In Gqeberha, ATDF-ASA members were seen patrolling major highways and roads, forcefully stopping some trucks. The drivers were instructed to park at the City’s three truck stops, namely, the Caltex Garage in Wells Estate, Swartkops Truck Stop and at the Deal Party.
According to a memorandum circulating locally by ATDF-ASA, the striking South African drivers are also demanding a 15% wage increase. They accused the government of prioritising immigrant workers for permit renewals.
ATDF-ASA said: “The foreigners are given a grace period of one year to renew their work permits, but South Africans are required to stop working when their Public Drivers Permit (PDP) lapses and no grace period is given to renew their permits.”
On Monday, there were two long queues of stationary trucks at the Caltex Truck Inn.
A striking South African driver, who asked not to be named, said that they are overworked and often penalised for taking time during trips to park off and rest. “We only rest when our trucks are queuing during loading and unloading at depots. Our off days are very short. Foreign drivers accept any condition and are prepared to work for very low wages and under inhuman conditions,” he said.
A driver, who was among those stopped near the Caltex Truck Inn during the strike, said: “This is very unfair. I’m delivering bread to feed people, including school children and patients at hospitals. Protesting drivers should have allowed critical deliveries like food and medicine to proceed. Why can’t they go to those companies employing undocumented foreigners and close their gates?”
CEO of the Road Freight Association (RFA) Gavin Kelly told GroundUp that this issue has been ongoing for four years. “It’s frustrating that the authorities have not put in place the proposals we made at the very beginning. To this day (they) are still fiddling with draft policies,” said Kelly.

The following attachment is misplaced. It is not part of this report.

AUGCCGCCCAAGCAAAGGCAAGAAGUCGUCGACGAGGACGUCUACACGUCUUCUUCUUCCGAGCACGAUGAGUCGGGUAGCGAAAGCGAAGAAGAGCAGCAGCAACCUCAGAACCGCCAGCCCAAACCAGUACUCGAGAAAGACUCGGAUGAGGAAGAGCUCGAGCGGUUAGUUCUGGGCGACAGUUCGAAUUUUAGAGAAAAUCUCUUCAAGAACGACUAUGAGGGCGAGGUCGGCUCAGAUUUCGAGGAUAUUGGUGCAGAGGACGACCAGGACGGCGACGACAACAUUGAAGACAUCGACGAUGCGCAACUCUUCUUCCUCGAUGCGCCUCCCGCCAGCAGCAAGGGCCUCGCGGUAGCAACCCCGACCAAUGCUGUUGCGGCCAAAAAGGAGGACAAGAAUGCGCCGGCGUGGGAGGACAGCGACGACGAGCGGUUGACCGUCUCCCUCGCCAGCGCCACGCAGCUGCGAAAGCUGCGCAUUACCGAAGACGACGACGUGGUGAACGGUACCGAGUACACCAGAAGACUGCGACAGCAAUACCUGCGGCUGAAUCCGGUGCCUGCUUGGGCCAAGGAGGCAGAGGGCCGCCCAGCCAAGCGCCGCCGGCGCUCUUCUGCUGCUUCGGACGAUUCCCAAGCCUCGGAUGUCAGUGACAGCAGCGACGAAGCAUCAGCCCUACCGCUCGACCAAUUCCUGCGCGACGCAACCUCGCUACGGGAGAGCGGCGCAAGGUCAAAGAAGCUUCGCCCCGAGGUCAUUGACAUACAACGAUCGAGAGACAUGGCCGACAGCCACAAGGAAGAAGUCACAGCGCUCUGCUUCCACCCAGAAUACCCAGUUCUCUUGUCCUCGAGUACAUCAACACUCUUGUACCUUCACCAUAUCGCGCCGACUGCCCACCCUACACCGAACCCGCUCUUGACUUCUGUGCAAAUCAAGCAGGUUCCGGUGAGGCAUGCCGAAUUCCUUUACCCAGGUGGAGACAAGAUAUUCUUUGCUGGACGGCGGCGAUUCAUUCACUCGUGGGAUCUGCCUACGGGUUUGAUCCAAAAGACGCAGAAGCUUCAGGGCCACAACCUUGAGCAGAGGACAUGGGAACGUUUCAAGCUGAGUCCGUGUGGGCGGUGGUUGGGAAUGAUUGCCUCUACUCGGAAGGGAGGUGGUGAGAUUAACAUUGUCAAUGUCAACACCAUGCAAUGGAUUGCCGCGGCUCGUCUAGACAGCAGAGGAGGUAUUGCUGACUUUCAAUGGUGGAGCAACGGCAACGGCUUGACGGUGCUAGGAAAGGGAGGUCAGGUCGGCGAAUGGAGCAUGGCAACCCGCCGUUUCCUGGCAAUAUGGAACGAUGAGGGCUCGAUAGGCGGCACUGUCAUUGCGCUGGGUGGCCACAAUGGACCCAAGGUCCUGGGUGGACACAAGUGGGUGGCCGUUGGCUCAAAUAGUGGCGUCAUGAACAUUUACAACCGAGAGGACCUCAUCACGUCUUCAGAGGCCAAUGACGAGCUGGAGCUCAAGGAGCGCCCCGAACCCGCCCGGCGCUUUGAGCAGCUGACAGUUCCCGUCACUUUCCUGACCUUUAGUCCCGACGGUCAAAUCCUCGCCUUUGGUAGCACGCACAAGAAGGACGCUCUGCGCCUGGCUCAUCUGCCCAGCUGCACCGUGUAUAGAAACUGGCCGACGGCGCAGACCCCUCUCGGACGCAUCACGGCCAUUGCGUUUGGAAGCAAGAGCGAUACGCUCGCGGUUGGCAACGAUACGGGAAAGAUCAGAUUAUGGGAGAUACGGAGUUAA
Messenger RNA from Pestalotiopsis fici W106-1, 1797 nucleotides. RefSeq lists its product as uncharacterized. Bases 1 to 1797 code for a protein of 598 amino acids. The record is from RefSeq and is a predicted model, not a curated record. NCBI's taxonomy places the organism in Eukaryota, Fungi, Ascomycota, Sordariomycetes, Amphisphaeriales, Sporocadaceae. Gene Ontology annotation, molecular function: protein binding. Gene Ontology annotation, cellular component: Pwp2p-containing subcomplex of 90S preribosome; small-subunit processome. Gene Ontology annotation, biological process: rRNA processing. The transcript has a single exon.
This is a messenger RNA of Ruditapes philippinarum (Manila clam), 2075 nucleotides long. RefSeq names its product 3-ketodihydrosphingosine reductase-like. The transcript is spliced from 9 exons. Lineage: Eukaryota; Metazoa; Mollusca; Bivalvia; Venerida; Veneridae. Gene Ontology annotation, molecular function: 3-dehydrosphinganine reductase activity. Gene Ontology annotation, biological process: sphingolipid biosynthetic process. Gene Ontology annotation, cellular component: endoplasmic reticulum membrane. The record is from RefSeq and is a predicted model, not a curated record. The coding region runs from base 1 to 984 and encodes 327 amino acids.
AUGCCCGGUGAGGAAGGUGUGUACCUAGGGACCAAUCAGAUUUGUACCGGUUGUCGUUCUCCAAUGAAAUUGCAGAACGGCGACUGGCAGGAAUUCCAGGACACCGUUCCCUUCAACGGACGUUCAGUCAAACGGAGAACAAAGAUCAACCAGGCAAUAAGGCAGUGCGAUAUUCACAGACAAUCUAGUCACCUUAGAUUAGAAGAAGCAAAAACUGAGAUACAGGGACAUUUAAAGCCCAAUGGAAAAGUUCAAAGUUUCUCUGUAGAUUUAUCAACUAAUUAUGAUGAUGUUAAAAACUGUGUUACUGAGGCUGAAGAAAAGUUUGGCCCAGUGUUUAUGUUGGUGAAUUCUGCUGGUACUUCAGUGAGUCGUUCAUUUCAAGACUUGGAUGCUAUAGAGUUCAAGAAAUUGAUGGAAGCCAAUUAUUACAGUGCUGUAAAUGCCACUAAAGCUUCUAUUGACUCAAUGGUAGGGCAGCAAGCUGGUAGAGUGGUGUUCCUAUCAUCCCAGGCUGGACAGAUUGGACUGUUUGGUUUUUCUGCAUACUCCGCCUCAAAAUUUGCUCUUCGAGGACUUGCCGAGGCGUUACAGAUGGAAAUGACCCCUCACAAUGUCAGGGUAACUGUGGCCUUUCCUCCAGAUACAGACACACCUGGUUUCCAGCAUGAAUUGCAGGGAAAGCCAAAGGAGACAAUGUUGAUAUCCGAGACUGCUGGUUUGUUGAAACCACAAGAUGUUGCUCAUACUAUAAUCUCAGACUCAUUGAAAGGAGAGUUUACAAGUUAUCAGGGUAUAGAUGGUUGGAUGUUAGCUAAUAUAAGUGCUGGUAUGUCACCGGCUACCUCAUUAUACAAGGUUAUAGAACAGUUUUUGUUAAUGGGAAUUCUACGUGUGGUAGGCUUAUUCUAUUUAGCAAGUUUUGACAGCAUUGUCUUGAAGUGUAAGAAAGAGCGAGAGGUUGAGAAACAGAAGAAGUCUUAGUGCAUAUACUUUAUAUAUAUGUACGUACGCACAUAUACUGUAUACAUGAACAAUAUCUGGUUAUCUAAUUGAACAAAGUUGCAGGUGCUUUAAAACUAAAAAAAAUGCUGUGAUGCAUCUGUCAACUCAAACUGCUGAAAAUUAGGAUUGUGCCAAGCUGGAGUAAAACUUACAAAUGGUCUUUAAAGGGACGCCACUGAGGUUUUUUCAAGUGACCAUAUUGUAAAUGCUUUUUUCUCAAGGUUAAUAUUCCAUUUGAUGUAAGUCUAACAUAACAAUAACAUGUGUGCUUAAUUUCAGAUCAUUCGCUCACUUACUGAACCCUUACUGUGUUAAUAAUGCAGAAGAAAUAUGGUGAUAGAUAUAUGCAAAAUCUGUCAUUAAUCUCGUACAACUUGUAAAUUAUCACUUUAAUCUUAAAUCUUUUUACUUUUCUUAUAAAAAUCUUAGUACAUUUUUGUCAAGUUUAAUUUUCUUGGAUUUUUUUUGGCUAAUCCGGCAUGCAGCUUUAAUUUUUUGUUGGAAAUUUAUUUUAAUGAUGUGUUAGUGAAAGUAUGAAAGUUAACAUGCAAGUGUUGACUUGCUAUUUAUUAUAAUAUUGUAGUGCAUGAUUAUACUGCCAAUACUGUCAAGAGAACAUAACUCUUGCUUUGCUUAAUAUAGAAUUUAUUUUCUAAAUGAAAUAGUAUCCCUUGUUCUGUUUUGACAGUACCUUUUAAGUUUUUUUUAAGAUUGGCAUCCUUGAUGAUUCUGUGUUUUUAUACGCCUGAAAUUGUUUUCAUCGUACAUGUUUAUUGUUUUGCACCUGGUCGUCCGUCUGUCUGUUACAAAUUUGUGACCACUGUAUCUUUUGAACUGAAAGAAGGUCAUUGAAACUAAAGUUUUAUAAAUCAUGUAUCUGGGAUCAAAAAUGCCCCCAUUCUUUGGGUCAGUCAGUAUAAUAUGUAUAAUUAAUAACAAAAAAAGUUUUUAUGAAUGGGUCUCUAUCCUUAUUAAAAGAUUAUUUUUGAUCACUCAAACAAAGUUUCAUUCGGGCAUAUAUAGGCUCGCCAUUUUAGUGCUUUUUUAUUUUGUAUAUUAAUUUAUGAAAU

“What these agitators must understand is that there will be no sudden free jobs for all. Those wanting to drive will need to demonstrate their ability to drive safely and properly,” he said.
Kelly said the RFA has representation on the Council of the National Bargaining Council for the Road Freight and Logistics Industry (NBCRFLI). He accused the labour department of only inspecting companies registered with the NBCRFLI which are mostly compliant.
“Non-compliant companies employ undocumented foreigners whom they pay far less than what is required through the Main Collective Agreement. This places them in a position to undercut the companies that pay decent wages and required extra rates, operate safe vehicles and are generally far more reliable and professional,” he said.
In response to questions about the strike and some of the allegations, Eastern Cape Department of Roads and Transport spokesperson, Unathi Binqose, said they were aware of the drivers’ strike. Binqose referred our questions to the labour department. “We continue to negotiate with drivers to open up the roads and avoid traffic disruptions.”
In a TV interview on Monday about the strike, Labour Minister Thulas Nxesi criticised the union and the actions of the striking drivers, calling it “disruptive”.
“We’ve gone out of our way to make certain concessions for them. We are not sure what their agenda is. People have the right to demonstrate but not with violence. We are expecting them to make an input into the issue of quotas. We can’t ban the employment of foreign nationals, we are trying to limit and control.”
On Tuesday, police spokesperson, Colonel Priscilla Naidu confirmed that there were no further traffic disruptions and that no arrests were made during the strike on Monday.
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